It's a good time to round up a few small, but interesting items that hit the credit cards industry last week.
First up: American Express. The credit card issuer launched a pilot program May 14 of a mobile app that recommends and ranks retailer discounts based on a cardholder's past spending and location.
Cardholders simply accept the offer, which is loaded onto the card. The discount shows up on the cardholder's statement credit within three to five days. The app comes with a dashboard that keeps track of offers a cardholder has loaded and their expiration dates and tallies how much the cardholder has saved.
The offers are from nationwide retailers such as Baskin Robbins and Dunkin' Donuts along with local merchants in New York and Los Angeles.
The app reflects a larger trend toward mobile banking, mobile payments and digital couponing. American Express offers other mobile deals through partnership with social networking sites Foursquare, Twitter and the just-gone-public Facebook.
Next up: a rewards combo? On Tuesday, market research firm Synergistics Research released a survey that showed many Americans would love their debit and credit cards to earn rewards in the same programs. Sadly, only one in seven (14 percent) of those surveyed say their banks offer that opportunity.
Of those 14 percent, more than two-thirds participate in the program. Synergistics suggests there's a real opportunity for banks to offer a rewards program for debit and credit cards since three-quarters of people surveyed carry both types of cards.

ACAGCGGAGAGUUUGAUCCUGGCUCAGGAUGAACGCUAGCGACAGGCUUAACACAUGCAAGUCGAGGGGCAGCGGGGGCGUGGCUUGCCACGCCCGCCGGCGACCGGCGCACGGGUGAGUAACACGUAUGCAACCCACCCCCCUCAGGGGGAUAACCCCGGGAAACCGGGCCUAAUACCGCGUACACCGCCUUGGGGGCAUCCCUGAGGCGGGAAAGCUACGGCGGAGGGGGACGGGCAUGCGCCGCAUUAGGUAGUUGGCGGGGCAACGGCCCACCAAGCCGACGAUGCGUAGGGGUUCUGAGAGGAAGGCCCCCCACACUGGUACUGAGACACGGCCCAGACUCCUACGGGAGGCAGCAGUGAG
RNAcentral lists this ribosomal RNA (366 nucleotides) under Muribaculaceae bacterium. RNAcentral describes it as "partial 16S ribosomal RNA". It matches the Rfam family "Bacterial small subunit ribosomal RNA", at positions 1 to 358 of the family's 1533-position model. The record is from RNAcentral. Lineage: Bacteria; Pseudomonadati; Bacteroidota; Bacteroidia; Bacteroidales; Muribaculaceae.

"By combining credit card and debit card reward programs together, providers can promote account retention, as well as potentially attract new customers," says Bill McCracken, CEO of Synergistics.
Banks have largely scrapped their debit reward programs because new regulations capped how much money they can make from debit-card transactions. As a result, it's more profitable for banks to encourage credit card use over debit cards. Bankrate's survey last year found that the number of debit reward programs being offered dropped 30 percent from 2010.
(Synergistics study surveyed 1,022 U.S. adults online.)
Last on the docket: a monthly glance at credit card debt. CreditKarma.com on Wednesday released its April snapshot of consumer debt. It found that the average credit card debt dropped 13 percent to $5,650 from a year ago and is down almost 4 percent from March.
The states with highest average credit card debt are Alaska and Hawaii at $7,096 and $7,090, respectively. Mississippi and Louisiana posted the lowest average debt on credit cards at $4,232 and $4,504, the report showed.
How's your credit card debt doing? I hope it's zero.
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